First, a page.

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October 1975

Self-Disclosure in Group Therapy With Schizophrenics

Author Affiliations

From the Department of Psychology, George Peabody College (Dr. Anchor and Mr. Strassberg); the Department of Psychiatry, Vanderbilt University School of Medicine (Dr. Roback); and the Interuniversity Psychological and Counseling Center and Department of Psychology, Vanderbilt University, Nashville, Tenn (Dr. Abramowitz).

Arch Gen Psychiatry. 1975;32(10):1259-1261. doi:10.1001/archpsyc.1975.01760280057005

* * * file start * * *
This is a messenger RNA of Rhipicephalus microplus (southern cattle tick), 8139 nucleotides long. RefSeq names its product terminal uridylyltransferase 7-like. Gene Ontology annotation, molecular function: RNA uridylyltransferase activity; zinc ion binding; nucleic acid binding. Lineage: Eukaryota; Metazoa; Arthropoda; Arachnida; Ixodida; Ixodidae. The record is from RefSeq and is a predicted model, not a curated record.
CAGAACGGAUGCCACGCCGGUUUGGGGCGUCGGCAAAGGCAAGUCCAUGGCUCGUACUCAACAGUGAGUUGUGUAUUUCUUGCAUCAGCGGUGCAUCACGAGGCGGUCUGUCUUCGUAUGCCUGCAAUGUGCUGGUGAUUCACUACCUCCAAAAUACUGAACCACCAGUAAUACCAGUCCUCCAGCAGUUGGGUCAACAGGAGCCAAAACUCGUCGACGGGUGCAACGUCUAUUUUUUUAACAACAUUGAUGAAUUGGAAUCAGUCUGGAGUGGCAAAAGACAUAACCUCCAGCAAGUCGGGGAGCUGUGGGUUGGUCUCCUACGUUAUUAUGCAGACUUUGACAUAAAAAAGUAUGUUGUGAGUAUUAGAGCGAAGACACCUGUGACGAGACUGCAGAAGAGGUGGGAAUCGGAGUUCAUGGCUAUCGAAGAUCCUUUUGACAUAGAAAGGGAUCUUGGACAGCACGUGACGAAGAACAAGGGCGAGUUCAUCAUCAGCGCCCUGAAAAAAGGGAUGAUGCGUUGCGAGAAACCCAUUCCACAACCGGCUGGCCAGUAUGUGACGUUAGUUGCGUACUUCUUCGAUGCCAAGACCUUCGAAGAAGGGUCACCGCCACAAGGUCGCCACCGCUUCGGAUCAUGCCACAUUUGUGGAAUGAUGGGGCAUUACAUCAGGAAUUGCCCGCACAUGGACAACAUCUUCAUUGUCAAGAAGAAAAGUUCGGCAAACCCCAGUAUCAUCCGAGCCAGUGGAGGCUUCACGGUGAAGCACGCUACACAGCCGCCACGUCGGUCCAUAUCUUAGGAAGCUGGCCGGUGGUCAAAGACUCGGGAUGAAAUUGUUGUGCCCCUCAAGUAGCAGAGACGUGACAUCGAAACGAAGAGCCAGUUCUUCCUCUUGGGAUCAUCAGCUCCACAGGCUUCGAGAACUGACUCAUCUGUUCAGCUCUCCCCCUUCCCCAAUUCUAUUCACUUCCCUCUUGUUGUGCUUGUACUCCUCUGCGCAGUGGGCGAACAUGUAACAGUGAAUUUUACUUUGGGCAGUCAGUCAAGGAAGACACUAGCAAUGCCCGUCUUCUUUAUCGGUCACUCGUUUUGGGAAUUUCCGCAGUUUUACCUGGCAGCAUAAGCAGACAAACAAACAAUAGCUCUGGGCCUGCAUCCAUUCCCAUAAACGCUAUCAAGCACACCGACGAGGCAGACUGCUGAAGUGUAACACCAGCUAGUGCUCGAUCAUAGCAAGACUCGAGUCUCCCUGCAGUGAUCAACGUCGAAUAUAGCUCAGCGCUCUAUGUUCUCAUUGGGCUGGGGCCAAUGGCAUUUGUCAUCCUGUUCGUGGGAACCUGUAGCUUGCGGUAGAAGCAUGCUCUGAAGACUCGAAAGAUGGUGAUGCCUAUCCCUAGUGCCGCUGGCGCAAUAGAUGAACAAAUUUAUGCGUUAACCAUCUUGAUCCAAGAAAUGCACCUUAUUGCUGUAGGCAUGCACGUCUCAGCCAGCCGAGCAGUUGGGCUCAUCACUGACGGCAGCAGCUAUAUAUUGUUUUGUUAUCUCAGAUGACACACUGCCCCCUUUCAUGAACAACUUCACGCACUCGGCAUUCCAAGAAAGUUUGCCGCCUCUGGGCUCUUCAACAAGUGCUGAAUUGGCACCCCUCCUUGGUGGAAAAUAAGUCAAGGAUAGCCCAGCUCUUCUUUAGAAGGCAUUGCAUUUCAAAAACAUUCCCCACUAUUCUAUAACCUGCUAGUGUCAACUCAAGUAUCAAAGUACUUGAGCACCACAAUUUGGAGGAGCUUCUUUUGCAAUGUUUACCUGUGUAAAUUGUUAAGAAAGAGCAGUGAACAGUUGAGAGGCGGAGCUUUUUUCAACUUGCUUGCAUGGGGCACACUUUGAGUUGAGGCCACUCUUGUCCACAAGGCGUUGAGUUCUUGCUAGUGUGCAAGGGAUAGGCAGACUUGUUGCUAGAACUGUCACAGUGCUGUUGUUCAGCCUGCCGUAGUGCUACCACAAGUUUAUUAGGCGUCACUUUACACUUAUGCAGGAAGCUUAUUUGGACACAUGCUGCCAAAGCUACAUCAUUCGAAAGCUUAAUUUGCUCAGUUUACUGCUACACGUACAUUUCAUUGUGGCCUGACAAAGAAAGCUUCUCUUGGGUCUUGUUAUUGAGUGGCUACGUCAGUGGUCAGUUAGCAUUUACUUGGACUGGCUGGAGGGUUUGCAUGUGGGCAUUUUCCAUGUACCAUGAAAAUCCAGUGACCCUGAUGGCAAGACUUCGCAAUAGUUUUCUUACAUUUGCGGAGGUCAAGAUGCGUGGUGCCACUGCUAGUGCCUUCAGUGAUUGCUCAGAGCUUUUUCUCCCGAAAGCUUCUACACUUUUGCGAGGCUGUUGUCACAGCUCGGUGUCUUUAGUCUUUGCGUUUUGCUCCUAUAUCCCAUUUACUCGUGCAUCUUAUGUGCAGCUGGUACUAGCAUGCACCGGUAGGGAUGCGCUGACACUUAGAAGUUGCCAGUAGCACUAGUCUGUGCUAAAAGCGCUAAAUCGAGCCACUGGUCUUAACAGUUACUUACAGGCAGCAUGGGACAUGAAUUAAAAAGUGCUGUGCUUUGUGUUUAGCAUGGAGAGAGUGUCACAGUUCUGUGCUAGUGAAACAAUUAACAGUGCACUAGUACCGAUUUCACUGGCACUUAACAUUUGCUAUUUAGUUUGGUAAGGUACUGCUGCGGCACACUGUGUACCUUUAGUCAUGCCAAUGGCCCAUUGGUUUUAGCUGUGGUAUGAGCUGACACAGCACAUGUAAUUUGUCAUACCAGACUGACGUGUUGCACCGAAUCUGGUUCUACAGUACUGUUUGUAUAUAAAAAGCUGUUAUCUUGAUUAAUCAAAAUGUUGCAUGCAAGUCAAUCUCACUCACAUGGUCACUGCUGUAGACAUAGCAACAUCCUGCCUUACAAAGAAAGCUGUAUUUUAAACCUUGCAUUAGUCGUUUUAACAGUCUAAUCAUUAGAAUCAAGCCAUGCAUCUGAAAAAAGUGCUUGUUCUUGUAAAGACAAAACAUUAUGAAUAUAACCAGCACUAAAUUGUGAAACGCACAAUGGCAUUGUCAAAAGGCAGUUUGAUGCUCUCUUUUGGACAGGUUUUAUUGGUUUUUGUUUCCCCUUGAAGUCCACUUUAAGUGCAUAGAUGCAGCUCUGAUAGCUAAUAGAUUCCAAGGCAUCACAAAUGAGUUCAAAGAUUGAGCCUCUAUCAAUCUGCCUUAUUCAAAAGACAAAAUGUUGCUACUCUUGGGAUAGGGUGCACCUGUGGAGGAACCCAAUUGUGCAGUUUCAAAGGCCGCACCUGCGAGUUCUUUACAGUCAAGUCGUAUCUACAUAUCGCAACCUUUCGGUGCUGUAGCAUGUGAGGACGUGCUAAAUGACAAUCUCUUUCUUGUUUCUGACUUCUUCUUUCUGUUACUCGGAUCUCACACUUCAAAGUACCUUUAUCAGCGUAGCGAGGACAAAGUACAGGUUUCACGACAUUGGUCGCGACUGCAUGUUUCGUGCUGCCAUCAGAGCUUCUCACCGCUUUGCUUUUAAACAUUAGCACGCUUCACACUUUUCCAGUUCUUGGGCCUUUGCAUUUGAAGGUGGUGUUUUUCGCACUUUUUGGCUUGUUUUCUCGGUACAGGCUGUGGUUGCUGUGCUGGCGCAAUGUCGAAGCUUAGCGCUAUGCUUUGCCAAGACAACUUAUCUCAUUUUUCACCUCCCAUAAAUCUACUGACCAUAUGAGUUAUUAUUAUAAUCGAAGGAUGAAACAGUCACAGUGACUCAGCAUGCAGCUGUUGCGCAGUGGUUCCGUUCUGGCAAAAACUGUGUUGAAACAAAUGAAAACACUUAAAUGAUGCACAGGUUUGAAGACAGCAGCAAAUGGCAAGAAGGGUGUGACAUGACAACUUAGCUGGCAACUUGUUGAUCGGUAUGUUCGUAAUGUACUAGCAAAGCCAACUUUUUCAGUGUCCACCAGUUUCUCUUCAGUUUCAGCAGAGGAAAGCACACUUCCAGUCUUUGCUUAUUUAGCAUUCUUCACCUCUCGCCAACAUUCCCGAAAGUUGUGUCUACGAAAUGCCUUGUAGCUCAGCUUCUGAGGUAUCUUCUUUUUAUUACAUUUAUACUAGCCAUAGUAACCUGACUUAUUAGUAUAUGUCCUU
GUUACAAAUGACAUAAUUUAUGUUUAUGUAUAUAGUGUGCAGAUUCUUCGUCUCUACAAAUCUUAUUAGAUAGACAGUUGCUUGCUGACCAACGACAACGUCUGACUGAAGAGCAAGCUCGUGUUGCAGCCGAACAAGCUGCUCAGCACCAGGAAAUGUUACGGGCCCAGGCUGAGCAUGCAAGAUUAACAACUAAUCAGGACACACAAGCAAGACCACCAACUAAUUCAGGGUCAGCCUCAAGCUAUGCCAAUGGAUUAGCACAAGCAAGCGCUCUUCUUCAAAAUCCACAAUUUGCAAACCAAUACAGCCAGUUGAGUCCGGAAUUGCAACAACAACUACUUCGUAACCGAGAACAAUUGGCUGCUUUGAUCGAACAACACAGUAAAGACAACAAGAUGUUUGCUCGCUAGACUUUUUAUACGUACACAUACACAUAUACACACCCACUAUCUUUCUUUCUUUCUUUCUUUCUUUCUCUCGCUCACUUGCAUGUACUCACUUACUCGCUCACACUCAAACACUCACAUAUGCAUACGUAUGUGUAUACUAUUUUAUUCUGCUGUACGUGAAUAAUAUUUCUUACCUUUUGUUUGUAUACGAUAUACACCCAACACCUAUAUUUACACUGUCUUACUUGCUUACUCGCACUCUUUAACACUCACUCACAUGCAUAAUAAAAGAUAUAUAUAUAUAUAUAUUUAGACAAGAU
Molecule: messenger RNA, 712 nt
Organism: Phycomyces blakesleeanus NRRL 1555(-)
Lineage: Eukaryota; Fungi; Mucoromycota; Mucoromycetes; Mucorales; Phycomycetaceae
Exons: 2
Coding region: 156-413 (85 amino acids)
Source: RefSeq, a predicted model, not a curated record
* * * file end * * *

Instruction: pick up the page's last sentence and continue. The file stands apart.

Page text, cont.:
• Self-disclosure was investigated as a process variable in group psychotherapy with chronic schizophrenic patients. Consistent with previous data obtained from nonpsychotic populations, greater perceived therapist interpersonal facilitativeness was associated with higher levels of patient self-disclosure.

In contrast to earlier findings, however, patients who were more self-revealing made less therapeutic progress than their counterparts who divulged less personal material. This failure to replicate was tentatively attributed to the limited ability of psychotic persons to integrate social feedback. The results underscore the delicacy of the psychotherapeutic undertaking with schizophrenics.